It was this final takeaway that I found so powerful. Your compliance program is not simply a set of rules and regulations but one that influences behavior. This insight explains why there should not be a compliance defense appended to anti-corruptions laws such as the Foreign Corrupt Practices Act (FCPA). For it is only in the operationalization of compliance that a program moves towards this type of influencing. Just as Thaler’s research informs the modern compliance program, Soltes work also demonstrates that is through the doing of compliance that a program can function on all levels.

 

 This publication contains general information only and is based on the experiences and research of the author. The author is not, by means of this publication, rendering business, legal advice, or other professional advice or services. This publication is not a substitute for such legal advice or services, nor should it be used as a basis for any decision or action that may affect your business. Before making any decision or taking any action that may affect your business, you should consult a qualified legal advisor. The author, his affiliates, and related entities shall not be responsible for any loss sustained by any person or entity that relies on this publication. The Author gives his permission to link, post, distribute, or reference this article for any lawful purpose, provided attribution is made to the author. The author can be reached at tfox@tfoxlaw.com.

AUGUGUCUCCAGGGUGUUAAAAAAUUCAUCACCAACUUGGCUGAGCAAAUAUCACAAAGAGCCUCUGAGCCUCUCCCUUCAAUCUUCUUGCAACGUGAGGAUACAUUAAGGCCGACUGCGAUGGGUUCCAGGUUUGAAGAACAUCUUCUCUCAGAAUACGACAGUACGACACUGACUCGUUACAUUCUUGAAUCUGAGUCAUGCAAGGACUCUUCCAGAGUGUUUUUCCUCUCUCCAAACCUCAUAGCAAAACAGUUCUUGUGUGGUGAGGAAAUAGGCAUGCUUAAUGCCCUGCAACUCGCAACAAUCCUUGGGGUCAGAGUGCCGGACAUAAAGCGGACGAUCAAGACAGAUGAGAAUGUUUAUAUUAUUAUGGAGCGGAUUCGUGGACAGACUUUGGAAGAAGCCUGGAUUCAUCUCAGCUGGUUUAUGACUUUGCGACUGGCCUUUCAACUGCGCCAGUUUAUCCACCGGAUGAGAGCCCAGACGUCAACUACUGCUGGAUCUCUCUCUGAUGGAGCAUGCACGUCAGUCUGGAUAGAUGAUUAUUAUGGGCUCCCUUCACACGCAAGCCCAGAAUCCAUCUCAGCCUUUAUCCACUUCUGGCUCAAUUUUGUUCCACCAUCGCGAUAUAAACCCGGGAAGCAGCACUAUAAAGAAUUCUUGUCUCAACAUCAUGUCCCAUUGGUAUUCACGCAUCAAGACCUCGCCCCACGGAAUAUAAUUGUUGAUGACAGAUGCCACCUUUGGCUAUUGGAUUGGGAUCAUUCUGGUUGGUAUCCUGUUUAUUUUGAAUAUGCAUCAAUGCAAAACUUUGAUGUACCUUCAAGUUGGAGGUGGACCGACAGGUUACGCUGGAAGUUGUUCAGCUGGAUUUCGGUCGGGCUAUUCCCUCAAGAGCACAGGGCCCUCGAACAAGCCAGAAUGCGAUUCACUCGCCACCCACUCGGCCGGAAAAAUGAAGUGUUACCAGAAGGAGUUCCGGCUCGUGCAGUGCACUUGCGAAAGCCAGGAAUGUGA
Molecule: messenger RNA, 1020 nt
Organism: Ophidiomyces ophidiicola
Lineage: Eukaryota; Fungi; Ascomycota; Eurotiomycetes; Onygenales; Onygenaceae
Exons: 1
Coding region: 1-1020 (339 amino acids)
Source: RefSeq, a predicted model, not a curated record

© Thomas R. Fox, 2017

I continue my look at the Beatles classic album, Sgt. Pepper’s Lonely Hearts Club Band. Today I want to consider the song For the Benefit of Mr. Kite. Jordan Runtagh, writing in a Rolling Stone article entitled “Beatles’ ‘Sgt. Pepper’ at 50: How an Old Circus Poster Led to ‘… Mr. Kite!‘”, noted that John Lennon found all his material for this song on an old circus poster in an antique shop. While filming a promotional video for Strawberry Fields Forever near Kent, England, in early 1967, Lennon saw a “framed Victorian circus advertisement, breathlessly hawking the “Grandest Night of the Season” – February 14th, 1843, a Tuesday – more than a century after the applause had died away. “Pablo Fanque’s Circus Royal, Town Meadows, Rochdale, and Positively the Last Night but Three!” the verbose headline trumpeted. “Being for the Benefit of Mr. Kite, (Late of Wells’s Circus) and Mr. J. Henderson, the Celebrated Somerset Thrower! Wire Dancer, Vaulter, Rider, Etc.””

Lennon bought the poster for about one-half shilling, or $0.50. Later during the Sgt. Pepper’s recording sessions the “poster provided a welcomed dose of inspiration. “I had all the words staring me in the face one day when I was looking for a song,” he told biographer Hunter Davies. Keeping the archaic syntax intact, he borrowed a title: “Being for the Benefit of Mr. Kite!”” The song became one of his most personal songs and one of his favorite works. He said in a 1980 Rolling Stone interview “The song is pure, like a painting, a pure watercolor.”